Книга: Code 2.0

The Anonymity That Imperfection Allows

The Anonymity That Imperfection Allows

I was a student at an English university for a number of years. In the college I attended, there was a “buttery” — a shop inside the college that basically sold alcohol. During the first week I was there I had to buy a large amount of Scotch (a series of unimaginative gifts, as I remember). About a week after I made these purchases, I received a summons from my tutor to come talk with him in his office. When I arrived, the tutor asked me about my purchases. This was, to his mind, an excessive amount of alcohol, and he wanted to know whether I had a good reason for buying it.

Needless to say, I was shocked at the question. Of course, technically, I had made a purchase at the college, and I had not hidden my name when I did so (indeed, I had charged it on my college account), so, formally, I had revealed my alcohol purchases to the college and its agents. Still, it shocked me that this information would be monitored by college authorities and then checked up on. I could see why they did it, and I could see the good that might come from it. It just never would have occurred to me that these data would be used in this way.

If this was an invasion, of course, it was a small one. Later it was easy for me to hide my binges simply by buying from a local store rather than the college buttery. (Though I later learned that the local store rented its space from the college, so who knows what deal they had struck?) And in any case, I was not being punished. The college was just concerned. But the example suggests a more general point: We reveal to the world a certain class of data about ourselves that we ordinarily expect the world not to use. What happens when they use it?

Trusted systems depend on such data — they depend on the ability to know how people use the property that is being protected. To set prices most efficiently, the system ideally should know as much about individuals and their reading habits as possible. It needs to know this data because it needs an efficient way to track use and so to charge for it[54].

But this tracking involves a certain invasion. We live now in a world where we think about what we read in just the way that I thought about what I bought as a student in England — we do not expect that anyone is keeping track. We would be shocked if we learned that the library was keeping tabs on the books that people checked out and then using this data in some monitoring way.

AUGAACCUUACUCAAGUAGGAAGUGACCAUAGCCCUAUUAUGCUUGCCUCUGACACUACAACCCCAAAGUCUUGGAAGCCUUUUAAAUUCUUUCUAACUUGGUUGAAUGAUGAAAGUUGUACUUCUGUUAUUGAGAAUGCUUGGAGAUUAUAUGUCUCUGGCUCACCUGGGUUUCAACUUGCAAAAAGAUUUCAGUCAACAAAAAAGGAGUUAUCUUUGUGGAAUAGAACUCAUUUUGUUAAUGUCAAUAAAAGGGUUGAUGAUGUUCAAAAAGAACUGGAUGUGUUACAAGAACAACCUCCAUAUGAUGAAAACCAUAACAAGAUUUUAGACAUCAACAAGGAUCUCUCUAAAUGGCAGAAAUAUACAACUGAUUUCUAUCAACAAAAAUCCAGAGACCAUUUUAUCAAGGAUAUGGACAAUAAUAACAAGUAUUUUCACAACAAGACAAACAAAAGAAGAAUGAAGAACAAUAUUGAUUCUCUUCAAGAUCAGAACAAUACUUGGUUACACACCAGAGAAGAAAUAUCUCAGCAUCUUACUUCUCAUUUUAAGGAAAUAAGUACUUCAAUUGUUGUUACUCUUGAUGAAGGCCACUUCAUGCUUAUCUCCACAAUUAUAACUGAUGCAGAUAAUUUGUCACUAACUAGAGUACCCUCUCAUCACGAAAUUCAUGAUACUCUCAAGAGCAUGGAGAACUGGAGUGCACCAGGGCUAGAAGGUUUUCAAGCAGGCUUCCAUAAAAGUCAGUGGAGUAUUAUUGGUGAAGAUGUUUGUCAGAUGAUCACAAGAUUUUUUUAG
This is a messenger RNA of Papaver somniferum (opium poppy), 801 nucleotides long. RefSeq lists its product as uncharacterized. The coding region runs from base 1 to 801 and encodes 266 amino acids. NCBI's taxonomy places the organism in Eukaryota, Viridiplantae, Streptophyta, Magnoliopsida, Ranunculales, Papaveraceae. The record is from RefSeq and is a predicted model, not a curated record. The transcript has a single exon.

Such tracking, however, is just what trusted systems require. And so the question becomes: Should there be a right against this kind of monitoring? The question is parallel to the question of fair use. In a world where this monitoring could not effectively occur, there was, of course, no such right against it. But now that monitoring can occur, we must ask whether the latent right to read anonymously, given to us before by imperfections in technologies, should be a legally protected right.

Julie Cohen argues that it should, and we can see quite directly how her argument proceeds[55]. Whatever its source, it is a value in this world that we can explore intellectually on our own. It is a value that we can read anonymously, without fear that others will know or watch or change their behavior based on what we read. This is an element of intellectual freedom; it is a part of what makes us as we are[56].

But this element is potentially erased by trusted systems. These systems need to monitor, and this monitoring destroys anonymity. We need to decide whether, and how, to preserve values from today in a context of trusted systems.

This could first be a question of translation: namely, how should changes in technology be accommodated to preserve values from an earlier context in a new context? It is the same question that Brandeis asked about wiretapping[57]. It is the question the Court answers in scores of contexts all the time. It is fundamentally a question about preserving values when contexts change.

In the context of both fair use and reading, Cohen has a consistent answer to this question of translation. She argues that there is a right to resist, or “hack”, trusted systems to the extent that they infringe on traditional fair use. (Others have called this the “Cohen Theorem.”) As for reading, she argues that copyright management schemes must protect a right to read anonymously — that if they monitor, they must be constructed so that they preserve anonymity. The strategy is the same: Cohen identifies a value yielded by an old architecture but now threatened by a new architecture, and then argues in favor of an affirmative right to protect the original value.

But here again we might view the question more ambiguously. I share Cohen’s view, but the argument on the other side is not silly. If it’s permissible to use technology to make copyrighted works available, why isn’t it permissible to gather data about who uses what works? That data gathering is not part of the copyright itself; it is a byproduct of the technology. And as our tradition has never had this technical capacity before, it is hard to say a choice was made about it in the past.

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